Again, I added 125 mM glycine FIRST before formaldehyde and the cells went right on to over-crosslink (all of the material was crosslinked). I then added 333 mM glycine FIRST before formaldehyde and the cells STILL went right on to over-crosslink (again, all material was crosslinked). If I'm crosslinking in media, there should be a bit of extra quenching power from its components. Despite this, the amount of glycine I'm adding doesn't actually quench.

If quenching doesn't actually happen, that means my cells are crosslinking while I aliquot them into 50 ml tubes (another 5-10 minutes) and while they pellet (another 5 min). Instead of crosslinking for 30 seconds, I'm really crosslinking for 30 minutes, hence the reason my sonication sucks.

I can't drop the line of thinking that glycine isn't quenching formaldehyde in these conditions because I have reproducible, empirical evidence showing it doesn't and it explains my sonication failures despite two years of optimization using protocols directly from the labs of Richard Young and the ENCODE Consortium. That's why I think that there are other factors at play, such as the number of molecules (not the concentration) per cell.
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Old 10-31-2012, 02:29 PM   #13
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Quote:
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I can't drop the line of thinking that glycine isn't quenching formaldehyde in these conditions because I have reproducible, empirical evidence showing it doesn't and it explains my sonication failures despite two years of optimization using protocols directly from the labs of Richard Young and the ENCODE Consortium. That's why I think that there are other factors at play, such as the number of molecules (not the concentration) per cell.
Well, I don't know what career-stage you are at, but spending two years figuring out sonication and ChIP-Seq is far, far, far too long in my opinion. At the very least, I would have moved on to MNase a long time ago in your situation. Actually a compelling argument can be made for the preferential use of MNase over sonication these days, but that is a different discussion.

I would start thinking about optimization experiments in small dishes and then work up from there. Have you done this? I don't like the large number of cells and excessive volumes you are using. I typically do my x-linking in 10 cm dishes with 5 ml media at RT. I usually do multiple dishes at the same time but do not combine them into one massive container.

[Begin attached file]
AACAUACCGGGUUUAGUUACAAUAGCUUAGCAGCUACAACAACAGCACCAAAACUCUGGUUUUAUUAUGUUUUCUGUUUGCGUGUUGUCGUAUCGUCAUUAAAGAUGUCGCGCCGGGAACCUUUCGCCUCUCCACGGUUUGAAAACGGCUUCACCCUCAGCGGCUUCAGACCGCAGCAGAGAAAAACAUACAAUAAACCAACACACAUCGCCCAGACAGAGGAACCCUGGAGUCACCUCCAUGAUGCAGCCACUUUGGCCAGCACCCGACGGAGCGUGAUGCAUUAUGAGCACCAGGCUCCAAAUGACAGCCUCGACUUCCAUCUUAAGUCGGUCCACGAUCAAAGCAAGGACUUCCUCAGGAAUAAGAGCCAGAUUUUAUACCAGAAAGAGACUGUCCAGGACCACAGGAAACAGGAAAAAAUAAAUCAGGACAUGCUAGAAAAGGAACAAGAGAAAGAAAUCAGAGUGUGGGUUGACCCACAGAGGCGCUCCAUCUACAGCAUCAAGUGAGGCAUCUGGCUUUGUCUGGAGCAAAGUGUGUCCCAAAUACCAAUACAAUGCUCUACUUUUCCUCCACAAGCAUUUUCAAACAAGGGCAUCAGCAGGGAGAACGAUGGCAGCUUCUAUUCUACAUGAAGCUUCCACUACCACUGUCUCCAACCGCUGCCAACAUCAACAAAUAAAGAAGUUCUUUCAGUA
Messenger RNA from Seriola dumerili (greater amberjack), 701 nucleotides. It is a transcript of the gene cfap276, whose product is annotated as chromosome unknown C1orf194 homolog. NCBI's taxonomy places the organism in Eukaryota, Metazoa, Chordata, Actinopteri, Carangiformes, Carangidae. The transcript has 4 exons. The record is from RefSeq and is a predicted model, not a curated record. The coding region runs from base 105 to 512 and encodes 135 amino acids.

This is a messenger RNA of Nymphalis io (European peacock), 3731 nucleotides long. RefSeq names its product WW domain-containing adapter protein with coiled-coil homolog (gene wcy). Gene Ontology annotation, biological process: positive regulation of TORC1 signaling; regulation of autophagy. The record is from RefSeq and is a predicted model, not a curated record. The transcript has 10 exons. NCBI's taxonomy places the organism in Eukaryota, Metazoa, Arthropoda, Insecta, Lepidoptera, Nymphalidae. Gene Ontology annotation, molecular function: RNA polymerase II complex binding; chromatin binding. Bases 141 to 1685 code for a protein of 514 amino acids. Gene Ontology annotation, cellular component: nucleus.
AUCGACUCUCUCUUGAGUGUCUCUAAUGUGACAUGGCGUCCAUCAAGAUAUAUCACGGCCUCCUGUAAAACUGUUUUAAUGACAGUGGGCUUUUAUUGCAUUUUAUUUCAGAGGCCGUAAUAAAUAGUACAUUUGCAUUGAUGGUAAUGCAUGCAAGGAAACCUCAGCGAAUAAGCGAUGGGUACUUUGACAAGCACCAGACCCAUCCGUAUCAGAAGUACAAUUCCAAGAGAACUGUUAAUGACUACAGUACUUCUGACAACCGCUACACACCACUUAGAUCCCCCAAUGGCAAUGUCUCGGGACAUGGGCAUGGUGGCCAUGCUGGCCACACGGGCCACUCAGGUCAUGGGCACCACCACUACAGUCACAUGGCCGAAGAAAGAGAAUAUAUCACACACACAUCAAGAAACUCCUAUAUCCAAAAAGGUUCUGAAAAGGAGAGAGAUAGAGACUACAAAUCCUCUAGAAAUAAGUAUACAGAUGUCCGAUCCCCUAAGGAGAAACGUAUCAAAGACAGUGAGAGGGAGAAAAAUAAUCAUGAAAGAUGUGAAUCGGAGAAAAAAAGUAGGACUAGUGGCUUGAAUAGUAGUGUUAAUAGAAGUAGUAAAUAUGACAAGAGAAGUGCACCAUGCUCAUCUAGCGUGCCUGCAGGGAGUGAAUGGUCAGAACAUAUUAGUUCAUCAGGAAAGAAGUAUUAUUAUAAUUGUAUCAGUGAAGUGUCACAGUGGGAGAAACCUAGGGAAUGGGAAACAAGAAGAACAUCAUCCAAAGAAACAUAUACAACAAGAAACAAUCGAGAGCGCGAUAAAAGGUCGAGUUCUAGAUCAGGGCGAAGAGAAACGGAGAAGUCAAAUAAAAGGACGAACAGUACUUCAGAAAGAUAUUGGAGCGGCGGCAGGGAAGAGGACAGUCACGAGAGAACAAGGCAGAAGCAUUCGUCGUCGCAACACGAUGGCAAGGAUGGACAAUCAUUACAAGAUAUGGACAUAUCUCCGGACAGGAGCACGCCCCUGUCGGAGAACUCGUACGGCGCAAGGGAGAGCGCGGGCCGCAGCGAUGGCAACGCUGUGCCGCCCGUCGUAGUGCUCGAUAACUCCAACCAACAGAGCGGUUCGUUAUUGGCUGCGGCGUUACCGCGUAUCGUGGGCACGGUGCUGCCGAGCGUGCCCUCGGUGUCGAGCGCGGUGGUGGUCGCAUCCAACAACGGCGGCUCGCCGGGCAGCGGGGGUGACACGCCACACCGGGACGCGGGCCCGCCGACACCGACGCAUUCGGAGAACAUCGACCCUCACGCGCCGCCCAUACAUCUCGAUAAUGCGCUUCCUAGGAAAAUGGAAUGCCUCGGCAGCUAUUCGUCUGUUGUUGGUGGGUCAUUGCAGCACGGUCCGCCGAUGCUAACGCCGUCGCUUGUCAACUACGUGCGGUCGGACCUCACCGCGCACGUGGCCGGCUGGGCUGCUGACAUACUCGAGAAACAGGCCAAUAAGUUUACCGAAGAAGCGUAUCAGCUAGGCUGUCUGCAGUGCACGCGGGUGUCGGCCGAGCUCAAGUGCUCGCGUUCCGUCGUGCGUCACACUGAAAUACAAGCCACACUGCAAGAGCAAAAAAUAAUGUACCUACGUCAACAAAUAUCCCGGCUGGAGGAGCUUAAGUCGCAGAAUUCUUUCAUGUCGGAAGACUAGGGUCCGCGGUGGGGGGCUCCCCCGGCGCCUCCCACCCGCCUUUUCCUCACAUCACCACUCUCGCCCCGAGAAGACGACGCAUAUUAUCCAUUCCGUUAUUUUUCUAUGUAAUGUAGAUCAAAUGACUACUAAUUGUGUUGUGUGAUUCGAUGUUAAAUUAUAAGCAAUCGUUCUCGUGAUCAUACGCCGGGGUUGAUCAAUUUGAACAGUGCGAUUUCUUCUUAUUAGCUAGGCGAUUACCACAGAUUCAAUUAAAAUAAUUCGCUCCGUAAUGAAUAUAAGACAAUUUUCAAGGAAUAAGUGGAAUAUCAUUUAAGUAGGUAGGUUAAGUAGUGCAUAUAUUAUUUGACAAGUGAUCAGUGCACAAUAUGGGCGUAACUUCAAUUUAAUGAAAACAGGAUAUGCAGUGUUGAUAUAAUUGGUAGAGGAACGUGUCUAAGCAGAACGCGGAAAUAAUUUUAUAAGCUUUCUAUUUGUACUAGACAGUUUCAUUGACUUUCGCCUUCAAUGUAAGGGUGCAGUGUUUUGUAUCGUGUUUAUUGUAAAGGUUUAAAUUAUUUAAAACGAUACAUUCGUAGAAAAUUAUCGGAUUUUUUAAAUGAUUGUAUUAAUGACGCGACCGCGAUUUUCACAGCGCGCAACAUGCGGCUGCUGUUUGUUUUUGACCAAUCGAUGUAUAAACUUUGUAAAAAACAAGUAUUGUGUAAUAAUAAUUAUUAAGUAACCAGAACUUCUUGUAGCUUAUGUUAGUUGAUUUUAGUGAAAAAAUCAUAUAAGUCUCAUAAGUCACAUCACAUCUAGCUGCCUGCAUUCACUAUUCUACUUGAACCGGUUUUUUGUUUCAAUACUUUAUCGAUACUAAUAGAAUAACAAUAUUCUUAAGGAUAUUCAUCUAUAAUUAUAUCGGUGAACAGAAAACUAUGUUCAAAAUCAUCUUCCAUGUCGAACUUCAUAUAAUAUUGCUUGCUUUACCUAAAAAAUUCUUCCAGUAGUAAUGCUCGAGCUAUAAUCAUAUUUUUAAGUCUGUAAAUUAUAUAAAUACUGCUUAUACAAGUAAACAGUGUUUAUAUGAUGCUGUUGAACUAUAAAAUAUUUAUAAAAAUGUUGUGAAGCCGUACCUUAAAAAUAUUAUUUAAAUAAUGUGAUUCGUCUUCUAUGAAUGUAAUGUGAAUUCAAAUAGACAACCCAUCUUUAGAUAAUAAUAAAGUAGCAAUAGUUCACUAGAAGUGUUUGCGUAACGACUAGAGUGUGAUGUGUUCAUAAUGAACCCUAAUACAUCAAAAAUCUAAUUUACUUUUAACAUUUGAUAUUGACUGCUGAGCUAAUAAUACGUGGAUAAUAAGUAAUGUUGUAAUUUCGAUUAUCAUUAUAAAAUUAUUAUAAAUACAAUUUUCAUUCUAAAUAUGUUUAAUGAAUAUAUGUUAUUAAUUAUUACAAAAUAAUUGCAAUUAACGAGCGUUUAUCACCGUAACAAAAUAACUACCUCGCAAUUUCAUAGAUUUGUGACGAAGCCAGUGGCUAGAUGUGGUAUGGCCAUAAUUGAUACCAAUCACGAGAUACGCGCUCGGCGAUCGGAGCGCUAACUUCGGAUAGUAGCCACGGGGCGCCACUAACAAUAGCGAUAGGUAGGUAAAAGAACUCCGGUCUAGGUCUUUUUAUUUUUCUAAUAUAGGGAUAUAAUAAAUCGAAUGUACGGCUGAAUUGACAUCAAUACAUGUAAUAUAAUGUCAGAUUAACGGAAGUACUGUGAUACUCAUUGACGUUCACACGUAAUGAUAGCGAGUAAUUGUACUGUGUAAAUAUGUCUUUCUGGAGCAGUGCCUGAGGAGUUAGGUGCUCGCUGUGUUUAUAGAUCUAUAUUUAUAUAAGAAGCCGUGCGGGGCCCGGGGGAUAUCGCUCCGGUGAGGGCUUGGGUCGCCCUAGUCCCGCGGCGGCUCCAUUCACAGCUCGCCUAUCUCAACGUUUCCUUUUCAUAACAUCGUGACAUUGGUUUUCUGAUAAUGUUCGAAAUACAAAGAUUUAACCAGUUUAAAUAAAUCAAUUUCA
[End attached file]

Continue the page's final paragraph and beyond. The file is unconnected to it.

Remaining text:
ENCODE ChIP-Seq data is far from perfect!!
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Old 10-31-2012, 03:56 PM   #14
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Well, I don't know what career-stage you are at, but spending two years figuring out sonication and ChIP-Seq is far, far, far too long in my opinion.
Don't I know it! I've definitely been pursuing other experiments on the side and this is definitely not the only thing my lab does. It'd just be nice to actually do these experiments in house and not rely on collaborators. Notably, I already have samples sequencing despite the sonication (horray for size selection after library prep) so this isn't holding me up. Other fun deep-sequencing projects are in the works too!

It's just that this glycine first experimental result goes completely against established protocols. I'm sure the number of molecules of formaldehyde vs. the number of cells (ignoring volume) is part of the problem. I was curious if anyone else knew what could be going on.
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Old 11-13-2012, 05:03 PM   #15
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Fun update!

Here's the edited experimental setup:

17.6 million HeLa cells were treated for 30 seconds with 1% methanol-free formaldehyde premixed for 3 minutes with a 3-fold molar excess of either glycine or Tris.

Here's the result:



In conclusion, glycine does not quench formaldehyde but Tris does.

[omitted]

I think this settles my problem. If you have quenching issues, give Tris a try! It's certainly been used in the literature; this just confirms that it works.
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Old 11-14-2012, 12:09 AM   #16
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Isn't there serum in the cell culture media that you're adding formaldehyde to?
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Old 11-14-2012, 05:36 AM   #17
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Isn't there serum in the cell culture media that you're adding formaldehyde to?
Yup. 10% I believe. I don't see the media "unquenching" the formaldehyde that's been pre-mixed with glycine, however. If anything, I would expect the media to help quench, but it doesn't do enough.

I can't stress this enough. I still have sonication issues. However, this settles my quenching issue.
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Old 11-14-2012, 05:45 AM   #18
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Did you check the pH of your glycine stock versus Tris?
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Old 11-14-2012, 05:46 AM   #19
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Did you check the pH of your glycine stock versus Tris?
Both were titrated to pH 7. Glycine was almost there to begin with.

[omitted]
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Old 05-07-2014, 02:20 PM   #20
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Quote:
Originally Posted by kylini View Post
Fun update!

Here's the edited experimental setup:

17.6 million HeLa cells were treated for 30 seconds with 1% methanol-free formaldehyde premixed for 3 minutes with a 3-fold molar excess of either glycine or Tris.

Here's the result:



In conclusion, glycine does not quench formaldehyde but Tris does.

[omitted]



I think this settles my problem. If you have quenching issues, give Tris a try! It's certainly been used in the literature; this just confirms that it works.


I'm a bit late to the party but what are those gels showing exactly... The Tris looks the same in both conditions...

I am doing ChiP-seq now myself